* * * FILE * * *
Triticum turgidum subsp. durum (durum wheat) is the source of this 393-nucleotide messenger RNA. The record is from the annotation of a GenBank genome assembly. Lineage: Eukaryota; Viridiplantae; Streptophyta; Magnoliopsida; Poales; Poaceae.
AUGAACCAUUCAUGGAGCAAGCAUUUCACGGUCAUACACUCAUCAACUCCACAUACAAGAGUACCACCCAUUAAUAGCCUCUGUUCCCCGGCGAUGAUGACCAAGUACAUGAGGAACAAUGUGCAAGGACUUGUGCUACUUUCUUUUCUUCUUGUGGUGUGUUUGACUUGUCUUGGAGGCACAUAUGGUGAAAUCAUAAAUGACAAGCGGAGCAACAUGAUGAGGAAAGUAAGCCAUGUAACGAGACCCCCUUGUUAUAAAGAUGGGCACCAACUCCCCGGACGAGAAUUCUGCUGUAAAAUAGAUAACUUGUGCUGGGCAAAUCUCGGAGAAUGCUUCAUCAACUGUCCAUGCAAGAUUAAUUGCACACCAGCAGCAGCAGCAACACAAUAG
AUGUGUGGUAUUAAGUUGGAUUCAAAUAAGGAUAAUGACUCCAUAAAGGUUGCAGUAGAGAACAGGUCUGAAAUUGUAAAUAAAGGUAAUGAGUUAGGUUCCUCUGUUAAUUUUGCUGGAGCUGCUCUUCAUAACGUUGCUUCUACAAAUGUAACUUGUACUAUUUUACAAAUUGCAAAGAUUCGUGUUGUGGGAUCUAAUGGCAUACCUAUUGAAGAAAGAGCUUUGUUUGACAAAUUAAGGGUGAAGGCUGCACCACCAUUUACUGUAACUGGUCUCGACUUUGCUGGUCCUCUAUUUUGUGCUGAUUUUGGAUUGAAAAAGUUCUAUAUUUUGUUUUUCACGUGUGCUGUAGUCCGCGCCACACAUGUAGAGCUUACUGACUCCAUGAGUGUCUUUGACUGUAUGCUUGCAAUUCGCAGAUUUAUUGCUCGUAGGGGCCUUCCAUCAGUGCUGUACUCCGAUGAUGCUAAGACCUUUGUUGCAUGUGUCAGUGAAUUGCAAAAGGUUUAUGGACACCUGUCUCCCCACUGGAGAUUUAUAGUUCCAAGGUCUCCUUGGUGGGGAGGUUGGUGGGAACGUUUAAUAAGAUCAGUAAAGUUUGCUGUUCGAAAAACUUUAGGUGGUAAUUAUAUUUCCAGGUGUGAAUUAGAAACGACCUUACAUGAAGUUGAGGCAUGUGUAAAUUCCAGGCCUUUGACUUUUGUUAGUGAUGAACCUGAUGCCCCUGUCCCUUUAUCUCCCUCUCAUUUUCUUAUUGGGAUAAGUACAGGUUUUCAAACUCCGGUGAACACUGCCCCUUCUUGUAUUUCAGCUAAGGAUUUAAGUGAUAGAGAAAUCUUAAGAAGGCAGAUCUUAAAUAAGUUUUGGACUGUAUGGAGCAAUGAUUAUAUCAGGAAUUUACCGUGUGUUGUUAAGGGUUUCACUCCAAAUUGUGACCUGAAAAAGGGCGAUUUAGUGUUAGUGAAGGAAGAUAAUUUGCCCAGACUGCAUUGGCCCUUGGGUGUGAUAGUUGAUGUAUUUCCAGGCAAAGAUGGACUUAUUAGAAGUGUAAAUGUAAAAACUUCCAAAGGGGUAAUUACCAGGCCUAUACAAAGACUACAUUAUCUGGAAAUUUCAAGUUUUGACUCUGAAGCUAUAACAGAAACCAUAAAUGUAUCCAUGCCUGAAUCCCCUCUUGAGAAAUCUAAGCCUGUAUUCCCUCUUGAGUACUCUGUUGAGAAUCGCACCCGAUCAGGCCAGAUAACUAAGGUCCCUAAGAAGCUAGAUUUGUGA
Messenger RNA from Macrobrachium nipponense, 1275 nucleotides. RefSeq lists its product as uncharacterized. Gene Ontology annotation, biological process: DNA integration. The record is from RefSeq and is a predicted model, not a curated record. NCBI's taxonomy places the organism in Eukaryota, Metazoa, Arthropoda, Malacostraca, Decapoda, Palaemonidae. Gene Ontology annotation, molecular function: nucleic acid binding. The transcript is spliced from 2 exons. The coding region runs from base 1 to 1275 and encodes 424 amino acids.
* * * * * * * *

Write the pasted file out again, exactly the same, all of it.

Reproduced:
Triticum turgidum subsp. durum (durum wheat) is the source of this 393-nucleotide messenger RNA. The record is from the annotation of a GenBank genome assembly. Lineage: Eukaryota; Viridiplantae; Streptophyta; Magnoliopsida; Poales; Poaceae.
AUGAACCAUUCAUGGAGCAAGCAUUUCACGGUCAUACACUCAUCAACUCCACAUACAAGAGUACCACCCAUUAAUAGCCUCUGUUCCCCGGCGAUGAUGACCAAGUACAUGAGGAACAAUGUGCAAGGACUUGUGCUACUUUCUUUUCUUCUUGUGGUGUGUUUGACUUGUCUUGGAGGCACAUAUGGUGAAAUCAUAAAUGACAAGCGGAGCAACAUGAUGAGGAAAGUAAGCCAUGUAACGAGACCCCCUUGUUAUAAAGAUGGGCACCAACUCCCCGGACGAGAAUUCUGCUGUAAAAUAGAUAACUUGUGCUGGGCAAAUCUCGGAGAAUGCUUCAUCAACUGUCCAUGCAAGAUUAAUUGCACACCAGCAGCAGCAGCAACACAAUAG
AUGUGUGGUAUUAAGUUGGAUUCAAAUAAGGAUAAUGACUCCAUAAAGGUUGCAGUAGAGAACAGGUCUGAAAUUGUAAAUAAAGGUAAUGAGUUAGGUUCCUCUGUUAAUUUUGCUGGAGCUGCUCUUCAUAACGUUGCUUCUACAAAUGUAACUUGUACUAUUUUACAAAUUGCAAAGAUUCGUGUUGUGGGAUCUAAUGGCAUACCUAUUGAAGAAAGAGCUUUGUUUGACAAAUUAAGGGUGAAGGCUGCACCACCAUUUACUGUAACUGGUCUCGACUUUGCUGGUCCUCUAUUUUGUGCUGAUUUUGGAUUGAAAAAGUUCUAUAUUUUGUUUUUCACGUGUGCUGUAGUCCGCGCCACACAUGUAGAGCUUACUGACUCCAUGAGUGUCUUUGACUGUAUGCUUGCAAUUCGCAGAUUUAUUGCUCGUAGGGGCCUUCCAUCAGUGCUGUACUCCGAUGAUGCUAAGACCUUUGUUGCAUGUGUCAGUGAAUUGCAAAAGGUUUAUGGACACCUGUCUCCCCACUGGAGAUUUAUAGUUCCAAGGUCUCCUUGGUGGGGAGGUUGGUGGGAACGUUUAAUAAGAUCAGUAAAGUUUGCUGUUCGAAAAACUUUAGGUGGUAAUUAUAUUUCCAGGUGUGAAUUAGAAACGACCUUACAUGAAGUUGAGGCAUGUGUAAAUUCCAGGCCUUUGACUUUUGUUAGUGAUGAACCUGAUGCCCCUGUCCCUUUAUCUCCCUCUCAUUUUCUUAUUGGGAUAAGUACAGGUUUUCAAACUCCGGUGAACACUGCCCCUUCUUGUAUUUCAGCUAAGGAUUUAAGUGAUAGAGAAAUCUUAAGAAGGCAGAUCUUAAAUAAGUUUUGGACUGUAUGGAGCAAUGAUUAUAUCAGGAAUUUACCGUGUGUUGUUAAGGGUUUCACUCCAAAUUGUGACCUGAAAAAGGGCGAUUUAGUGUUAGUGAAGGAAGAUAAUUUGCCCAGACUGCAUUGGCCCUUGGGUGUGAUAGUUGAUGUAUUUCCAGGCAAAGAUGGACUUAUUAGAAGUGUAAAUGUAAAAACUUCCAAAGGGGUAAUUACCAGGCCUAUACAAAGACUACAUUAUCUGGAAAUUUCAAGUUUUGACUCUGAAGCUAUAACAGAAACCAUAAAUGUAUCCAUGCCUGAAUCCCCUCUUGAGAAAUCUAAGCCUGUAUUCCCUCUUGAGUACUCUGUUGAGAAUCGCACCCGAUCAGGCCAGAUAACUAAGGUCCCUAAGAAGCUAGAUUUGUGA
Messenger RNA from Macrobrachium nipponense, 1275 nucleotides. RefSeq lists its product as uncharacterized. Gene Ontology annotation, biological process: DNA integration. The record is from RefSeq and is a predicted model, not a curated record. NCBI's taxonomy places the organism in Eukaryota, Metazoa, Arthropoda, Malacostraca, Decapoda, Palaemonidae. Gene Ontology annotation, molecular function: nucleic acid binding. The transcript is spliced from 2 exons. The coding region runs from base 1 to 1275 and encodes 424 amino acids.